Now let’s talk about not getting distracted, which really is just the contrapositive of paying attention. Suppose a client starts talking about something, and I find myself thinking about my own similar experiences. Or I think about how I’m feeling right now. Or I start thinking about dinner. Distractions, right? Except!! I then need to ask myself why I’m having the thoughts or feelings I’m having, and listen for the answer, as it may tell me something about the client. Even distractions, then, must be listened to. Do you see how listening fully is paradoxical and ridiculous? I have to listen to everything said and unsaid, from the client and within myself.
And for all that, the hardest part about listening as a therapist has been trying not to think about what I’m going to say next. This is generally a good practice for all listeners, but in conversation or therapy it’s actually tricky advice to follow. If I’m not thinking about what to say while they’re talking, when do I start thinking about it? After they stop talking? Think of the silence! I’m not so concerned about the awkwardness, but more about the ambiguity of silence-- a delay in response could indicate to the client that I wasn’t listening, that I didn’t understand, that I’m overwhelmed, that I’m clueless, or even that I’m judging them. And, some of those assumptions might even be true.
Trying to think about my response brings me to my third area of paradox in therapy, which is the tension between authenticity and theoretical orientation. After listening so fully, how do I choose what to talk about? In the course of my education and training, I’ve been told that a theoretical orientation can make listening easier because it defines what is most salient in the client’s words. As a Freudian I would listen for early-life experiences. As a cognitive therapist I would listen for distortions in thought. Other orientations might guide me just to listen for tone of voice and body language. Other orientations tell me to listen for what the client thinks is important. I hope you see how any orientation will help me filter through everything that’s said, and in doing so, will keep me from listening fully. But, hey, at least an orientation gives me some sense of what to say next.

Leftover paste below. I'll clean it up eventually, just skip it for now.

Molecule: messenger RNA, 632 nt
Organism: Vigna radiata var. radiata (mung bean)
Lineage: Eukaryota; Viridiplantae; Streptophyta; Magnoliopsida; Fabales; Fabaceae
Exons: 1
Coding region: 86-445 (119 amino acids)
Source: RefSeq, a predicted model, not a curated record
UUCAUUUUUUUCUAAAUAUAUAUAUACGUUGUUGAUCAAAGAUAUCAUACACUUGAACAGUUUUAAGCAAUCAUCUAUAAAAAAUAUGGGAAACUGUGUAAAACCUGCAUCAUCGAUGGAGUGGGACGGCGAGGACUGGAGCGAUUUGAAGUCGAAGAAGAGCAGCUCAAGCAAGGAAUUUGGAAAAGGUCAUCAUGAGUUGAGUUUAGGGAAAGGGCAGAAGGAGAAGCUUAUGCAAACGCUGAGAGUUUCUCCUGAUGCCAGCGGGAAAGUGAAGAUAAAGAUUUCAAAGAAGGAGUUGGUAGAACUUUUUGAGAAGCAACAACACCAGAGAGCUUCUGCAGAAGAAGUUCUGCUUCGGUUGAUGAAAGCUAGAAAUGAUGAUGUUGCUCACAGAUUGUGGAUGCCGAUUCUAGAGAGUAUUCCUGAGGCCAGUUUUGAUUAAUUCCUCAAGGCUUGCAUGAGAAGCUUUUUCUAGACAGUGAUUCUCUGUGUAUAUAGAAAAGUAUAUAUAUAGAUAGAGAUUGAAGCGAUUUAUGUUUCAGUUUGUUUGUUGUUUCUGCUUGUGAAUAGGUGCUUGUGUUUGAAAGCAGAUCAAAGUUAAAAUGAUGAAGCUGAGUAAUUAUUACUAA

However, it can seem like an orientation gets in the way of authenticity. Common wisdom in counseling tells us that, more than any particular orientation, the client is helped by experiencing an authentic and caring relationship with the therapist. After all this training, however, authenticity feels impossible! A good therapist doesn’t interrupt, doesn’t give advice, and doesn’t judge; but, authentic Matt Lowe does do all those things. Instead, I’ve been learning to sit patiently, ask questions, and try to discover from the client what they believe is my role in helping them achieve whatever they believe is their goal. I want to believe that this way is more helpful than my philosophical guru approach, but I also wonder how I’m supposed to feel and act authentically when adopting such a constructed role in therapy. This effort towards a constructed (and thus artificial) authenticity makes me feel foolish.
Ok, this is going long, as it often does. I’ve talked about the paradoxes in joining the client, listening to the client, and being authentic with the client. All of these realms, and all my concerns about them, are involved in what is really my ultimate question about being a therapist: What does the therapist do that truly helps?
My supervisor tells me that the relationship heals, not the conversation. This observation is probably true, but I don’t know what to do with it, since I only know how to develop the relationship through the conversation. He tells me to listen for the quality of the relationship; again, good advice, but that’s yet another level of listening that I’m barely understanding.
I think I’m starting to understand the key paradox at the heart of my development as a therapist, and it lies in the tension between analysis and presence. Freud called his approach to therapy “analysis,” and that word says a lot about his role and relationship with clients-- he’s the expert, and they and their problems are objects to be analyzed. As someone who loves philosophy, I love the idea of analyzing, and I thought becoming a therapist would be a way to use my analytical skills to help others. This is not wrong, but it’s becoming clear that it’s not enough. Let’s return to my original metaphor of the client as lost in a maze; I had thought that my folly lay in thinking of myself as the expert of the maze, but now I’m realizing that the image itself may be what’s foolish. To analyze is to problem-solve and to problem-solve is to help someone move from here to there; the client is trying to escape the maze. But, is that what therapy is about?